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violence is bad .
violence is ugly .
violence breeds yet more violence .
kids , don't try this at home .
this weighty message isn't the only barrier to enjoying brother , but it's certainly one of the largest .
written , directed by , and starring the infamous takeshi kitano ( kikujiro , sonatine ) brother is his first film made outside his familial japan , bringing the yakuza tradition to los angeles .
( yakuza translated for the average american is the japanese mafia . )
if you piss a " family " member off , or dishonor yourself in any way , the usual punishment is public display of self-mutilation , usually resulting in the loss of limbs .
a definition of dishonor can be anything from making a stupid decision to leaving one family for another .
it would be interesting to know more about where these and other customs come from .
unfortunately the film doesn't give too much of an explanation , assuming its audience is aware of kitano's earlier work .
there are several shots that focus specifically on detailed tattoos that spread across the entire back of the yakuza members , leading one to assume they would be symbolic of something , but you never know what .
then there's a scene in which a man kills himself in front of a rival in exchange for that rival joining the family .
granted , this is one of the best scenes in the movie , but it doesn't make a lot of sense .
instead , the two hours are basically spent watching the following : people go out and shoot each other , talk about it for ten-plus minutes , then go out and do it again .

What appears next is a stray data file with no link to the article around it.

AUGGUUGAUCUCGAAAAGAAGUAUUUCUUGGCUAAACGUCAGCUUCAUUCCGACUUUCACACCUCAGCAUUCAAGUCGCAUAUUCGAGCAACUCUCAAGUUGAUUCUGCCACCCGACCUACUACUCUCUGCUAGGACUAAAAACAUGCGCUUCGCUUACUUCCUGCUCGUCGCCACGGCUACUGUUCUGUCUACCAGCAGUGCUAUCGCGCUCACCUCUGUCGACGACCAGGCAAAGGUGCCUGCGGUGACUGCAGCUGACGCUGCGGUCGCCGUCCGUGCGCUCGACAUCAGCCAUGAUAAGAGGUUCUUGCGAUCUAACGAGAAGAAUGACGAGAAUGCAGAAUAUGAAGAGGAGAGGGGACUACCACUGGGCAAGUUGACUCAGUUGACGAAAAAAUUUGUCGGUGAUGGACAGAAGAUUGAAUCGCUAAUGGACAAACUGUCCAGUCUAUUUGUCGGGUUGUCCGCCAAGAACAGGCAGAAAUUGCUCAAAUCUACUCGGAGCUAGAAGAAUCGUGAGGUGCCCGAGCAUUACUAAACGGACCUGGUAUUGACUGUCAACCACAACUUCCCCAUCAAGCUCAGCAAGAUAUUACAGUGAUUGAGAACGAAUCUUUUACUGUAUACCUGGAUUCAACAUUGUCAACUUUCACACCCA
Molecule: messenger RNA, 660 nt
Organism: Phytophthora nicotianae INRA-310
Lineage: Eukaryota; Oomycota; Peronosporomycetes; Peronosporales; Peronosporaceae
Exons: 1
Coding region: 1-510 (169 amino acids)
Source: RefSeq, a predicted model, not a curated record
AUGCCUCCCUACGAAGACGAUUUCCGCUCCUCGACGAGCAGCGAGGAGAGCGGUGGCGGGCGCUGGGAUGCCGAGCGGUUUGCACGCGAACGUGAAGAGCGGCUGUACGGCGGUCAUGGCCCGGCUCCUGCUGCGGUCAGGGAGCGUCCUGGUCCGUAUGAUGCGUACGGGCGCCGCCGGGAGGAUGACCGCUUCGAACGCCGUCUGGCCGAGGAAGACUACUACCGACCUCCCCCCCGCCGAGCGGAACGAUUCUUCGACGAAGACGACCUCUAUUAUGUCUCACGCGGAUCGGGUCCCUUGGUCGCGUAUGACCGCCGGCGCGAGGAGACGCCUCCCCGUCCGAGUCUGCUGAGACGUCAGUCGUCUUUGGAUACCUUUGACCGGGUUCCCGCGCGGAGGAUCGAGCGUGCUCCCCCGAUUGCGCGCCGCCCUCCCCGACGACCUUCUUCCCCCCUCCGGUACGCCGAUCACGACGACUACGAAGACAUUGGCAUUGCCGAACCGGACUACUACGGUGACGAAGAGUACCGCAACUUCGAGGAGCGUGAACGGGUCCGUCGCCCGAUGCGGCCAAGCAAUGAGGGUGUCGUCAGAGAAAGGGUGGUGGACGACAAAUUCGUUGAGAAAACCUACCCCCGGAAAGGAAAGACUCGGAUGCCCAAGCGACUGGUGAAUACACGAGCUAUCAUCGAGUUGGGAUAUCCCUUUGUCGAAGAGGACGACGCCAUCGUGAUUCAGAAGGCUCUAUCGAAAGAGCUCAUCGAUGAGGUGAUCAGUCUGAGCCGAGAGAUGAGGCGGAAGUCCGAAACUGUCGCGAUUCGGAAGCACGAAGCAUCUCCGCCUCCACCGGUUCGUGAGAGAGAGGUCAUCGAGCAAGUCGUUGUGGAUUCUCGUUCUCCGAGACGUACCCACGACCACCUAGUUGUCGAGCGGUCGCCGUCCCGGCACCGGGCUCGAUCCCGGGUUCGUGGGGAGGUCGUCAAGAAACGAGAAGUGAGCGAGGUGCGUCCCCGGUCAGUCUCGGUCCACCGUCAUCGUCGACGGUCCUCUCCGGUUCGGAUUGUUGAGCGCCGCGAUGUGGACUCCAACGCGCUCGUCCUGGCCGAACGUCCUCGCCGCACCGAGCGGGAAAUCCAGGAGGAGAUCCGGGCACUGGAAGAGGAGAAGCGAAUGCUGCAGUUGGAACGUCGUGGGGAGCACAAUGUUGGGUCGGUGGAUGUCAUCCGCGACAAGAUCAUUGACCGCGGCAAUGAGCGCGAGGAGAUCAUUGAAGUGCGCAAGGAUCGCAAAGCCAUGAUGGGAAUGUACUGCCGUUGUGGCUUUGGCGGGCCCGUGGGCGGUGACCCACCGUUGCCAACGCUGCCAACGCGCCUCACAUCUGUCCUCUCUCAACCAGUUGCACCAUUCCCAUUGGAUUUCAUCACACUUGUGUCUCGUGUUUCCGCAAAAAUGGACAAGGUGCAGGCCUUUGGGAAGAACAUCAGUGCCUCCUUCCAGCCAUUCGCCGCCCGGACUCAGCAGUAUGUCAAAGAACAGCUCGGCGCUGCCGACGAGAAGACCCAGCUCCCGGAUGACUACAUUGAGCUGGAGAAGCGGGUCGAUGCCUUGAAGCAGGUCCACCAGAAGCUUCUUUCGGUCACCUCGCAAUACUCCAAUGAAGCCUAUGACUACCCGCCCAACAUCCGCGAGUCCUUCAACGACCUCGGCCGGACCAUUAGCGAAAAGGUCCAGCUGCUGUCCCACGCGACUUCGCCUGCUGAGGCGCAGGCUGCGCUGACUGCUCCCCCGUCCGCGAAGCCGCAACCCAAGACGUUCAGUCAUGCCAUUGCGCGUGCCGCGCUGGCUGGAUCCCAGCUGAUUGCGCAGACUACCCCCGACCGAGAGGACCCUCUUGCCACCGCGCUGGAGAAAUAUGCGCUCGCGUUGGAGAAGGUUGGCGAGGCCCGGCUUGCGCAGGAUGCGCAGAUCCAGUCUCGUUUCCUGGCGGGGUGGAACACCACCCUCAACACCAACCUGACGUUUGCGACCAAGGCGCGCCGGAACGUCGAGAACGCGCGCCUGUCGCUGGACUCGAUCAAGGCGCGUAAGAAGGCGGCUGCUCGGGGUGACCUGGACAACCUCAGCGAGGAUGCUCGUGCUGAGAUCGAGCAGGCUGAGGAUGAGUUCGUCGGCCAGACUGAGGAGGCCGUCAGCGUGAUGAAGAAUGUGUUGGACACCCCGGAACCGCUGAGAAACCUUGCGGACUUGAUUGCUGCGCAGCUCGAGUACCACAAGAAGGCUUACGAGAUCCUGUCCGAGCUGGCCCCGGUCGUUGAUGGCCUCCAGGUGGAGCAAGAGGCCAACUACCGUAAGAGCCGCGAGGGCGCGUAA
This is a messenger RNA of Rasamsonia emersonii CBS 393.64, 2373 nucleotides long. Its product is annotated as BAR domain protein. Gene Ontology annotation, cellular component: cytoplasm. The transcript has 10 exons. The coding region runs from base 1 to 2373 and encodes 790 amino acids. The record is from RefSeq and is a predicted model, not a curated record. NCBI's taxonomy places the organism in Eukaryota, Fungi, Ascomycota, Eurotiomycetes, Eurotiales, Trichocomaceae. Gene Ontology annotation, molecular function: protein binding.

the consistently repetitive discussion of territory during these moments involuntarily provokes yawning .
there are also plot details thrown in for no identifiable purpose .
all of the sudden yamamoto ( kitano ) has a girlfriend .
he barely speaks to her , treats her like crap , and then sends her away .
another missed opportunity , considering it is such a big deal for kitano to bring his magic to the united states , is the combination of cultures , which rely too heavily on overused stereotypes .
though slow moving , brother does have good elements .
the action scenes are well directed , clearly defined , and interesting to watch .
some of the violence is more hinted at than shown , which produces the luscious squirm that one goes to see such films for .
the actors would be more enticing if they had more to do .
shirase's ( masaya kato ) loud , sarcastic coolness set against yamamoto's quietly threatening attitude is truly an entertaining combination .
their moments together or apart steal the rest of the show .
also to its credit , brother tackles the cause and effect of crime with realism .
a life of crime is easy to get sucked into with the first reward of quick cash .
sure people get rich , but they can also lose just as easily .
it's a great moral , with a great cast , just not much substance to back it up .